The freeing of Angleo de la Cruz, the Filipino truck driver kidnapped and held for two weeks by Iraqi insurgents, was a good thing — obviously. But the way the Manila government caved to his kidnappers’ demands, pulling out the last of its 51 peacekeeping troops, sets a precedent that endangers all foreign nationals in Iraq.
Filipino President Gloria Arroyo confirmed de la Cruz’s release in a televised address and explained her decision to pull the troops a month ahead of schedule:
“With over 1 million OFWs (overseas Filipino workers) in the Middle East and over 8 million overall, my government has a deep national interest in their well-being wherever they live and work…. I made a decision to bring our troops home a few days early in order to spare the life of Angelo. I do not regret that decision. Every life is important.”
Public opinion in the Philippines largely backs Arroyo –- unsurprisingly, given that Fillipinos mostly were against the war in the first place. It’s a different story outside the country, where allies expressed appropriate relief for de la Cruz while flaying Manila for letting kidnappers drive its foreign policy. As a Tuesday New York Times staff editorial argued:
“President Arroyo’s decision may play well at home in the short term because Filipino involvement in Iraq was never all that popular to begin with, but it could have disastrous longer-term consequences for her government. The Philippines, after all, faces a number of terrorist groups on its own territory, and millions of its citizens work overseas. It is never wise for any government to be blackmailed by terrorists into abandoning its policies, but it seems especially ill advised for Manila to be doing so.
“We are not arguing that allies show blind loyalty to the Bush administration. If anything, President Arroyo’s surrender shows the perils of assembling a coalition of weak allies eager to please Washington but lacking much conviction in the American cause. President Arroyo is certainly not helping the Iraqi people with her decision. Spain and some Latin American countries had every right to exercise their sovereign judgment that it was best to leave Iraq. But their decisions, unlike President Arroyo’s, were not driven by terrorist demands.”
Already, anti-coalition elements are trying to capitalize on the success of the kidnappers’ tactics with new threats to other nations. Reuters reports that a group led by Abu Musab al-Zarqawi has decided to pressure Japan next, posting this warning on the Internet:
”To the government of Japan: Do what the Philippines has done. By God, nobody will protect you and we are not going to tolerate anybody. Lines of cars laden with explosives are awaiting you; we will not stop, God willing.”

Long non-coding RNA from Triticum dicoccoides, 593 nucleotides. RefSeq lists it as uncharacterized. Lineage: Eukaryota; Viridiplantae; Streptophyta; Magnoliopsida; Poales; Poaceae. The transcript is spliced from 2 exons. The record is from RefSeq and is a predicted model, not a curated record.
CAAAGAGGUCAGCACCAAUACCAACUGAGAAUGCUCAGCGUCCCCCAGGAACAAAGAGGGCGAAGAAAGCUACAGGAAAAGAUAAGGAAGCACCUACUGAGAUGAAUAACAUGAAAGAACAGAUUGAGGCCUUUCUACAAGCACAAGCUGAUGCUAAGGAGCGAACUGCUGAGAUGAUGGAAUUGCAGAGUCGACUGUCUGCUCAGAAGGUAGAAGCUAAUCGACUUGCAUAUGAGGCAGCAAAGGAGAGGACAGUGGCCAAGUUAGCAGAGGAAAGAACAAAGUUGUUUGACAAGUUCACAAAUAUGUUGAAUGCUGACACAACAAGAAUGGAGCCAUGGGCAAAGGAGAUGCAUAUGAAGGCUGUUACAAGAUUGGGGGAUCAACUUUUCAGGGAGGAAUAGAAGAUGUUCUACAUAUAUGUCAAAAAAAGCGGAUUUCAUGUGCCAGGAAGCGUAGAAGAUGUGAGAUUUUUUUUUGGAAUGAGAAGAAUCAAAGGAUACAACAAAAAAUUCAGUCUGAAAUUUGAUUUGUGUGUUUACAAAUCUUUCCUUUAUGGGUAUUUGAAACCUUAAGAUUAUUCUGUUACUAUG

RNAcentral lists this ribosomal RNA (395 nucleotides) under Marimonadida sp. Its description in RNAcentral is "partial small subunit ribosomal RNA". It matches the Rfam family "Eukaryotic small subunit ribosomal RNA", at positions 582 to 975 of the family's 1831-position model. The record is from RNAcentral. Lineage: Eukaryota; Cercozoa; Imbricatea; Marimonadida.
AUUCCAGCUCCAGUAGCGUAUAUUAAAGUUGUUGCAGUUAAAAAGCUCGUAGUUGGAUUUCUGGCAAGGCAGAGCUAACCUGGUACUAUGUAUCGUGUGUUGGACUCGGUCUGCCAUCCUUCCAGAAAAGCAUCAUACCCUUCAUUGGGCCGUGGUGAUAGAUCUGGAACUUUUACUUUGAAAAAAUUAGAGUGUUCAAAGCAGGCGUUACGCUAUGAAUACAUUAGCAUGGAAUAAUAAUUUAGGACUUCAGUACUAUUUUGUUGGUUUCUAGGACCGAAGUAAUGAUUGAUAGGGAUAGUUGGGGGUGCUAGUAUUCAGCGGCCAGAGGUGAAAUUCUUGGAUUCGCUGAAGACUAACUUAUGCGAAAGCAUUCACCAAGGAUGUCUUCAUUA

Similar threats were made by other insurgent groups Wednesday against coalition members Poland and Bulgaria, promising explosions in the former and “pools of blood” in the latter. And early Wednesday morning, a group calling itself the “Holders of the Black Banners” took six more truck drivers hostage – three Indians, two Kenyans and an Egyptian. The group has threatened to behead one hostage every three days if those countries – none of which is part of the coalition military force – do not withdraw civilian workers from Iraq, according to a statement obtained by the Associated Press:
“We have warned all the countries, companies, businessmen and truck drivers that those who deal with American cowboy occupiers will be targeted by the fires of the Mujahedeen. Here you are once again transporting goods, weapons and military equipment that backs the U.S. Army.”
Even before Wednesday’s wave of threats, Colin Powell criticized the Filipino pull-out, and praised South Korea and Bulgaria for “not blinking and not faltering even though they are being tested mightily by kidnappings and by beheadings. This kind of action cannot be allowed to succeed anywhere in the 21st century, above all not Iraq. In these difficult times we have to remain steadfast.”
Other allies remain steadfast, for now.Bulgaria, Japan and Poland promised Wednesday to remain in Iraq despite new threats. Last Thursday, European governments ignored the passing of a deadline reportedly set by Osama bin Laden, who promised a “truce” for countries that pulled all troops out of Muslim states.
When Manila agreed to pull out, the coalition only lost one small member, and the remaining countries seem unlikely to give in. But insurgents have clearly seized on the surrender to seize more hostages and present more nations with a winless proposition. By giving in to terrorists, the Philippines opened a Pandora’s box, but its allies and their citizens will likely be the ones who pay the price.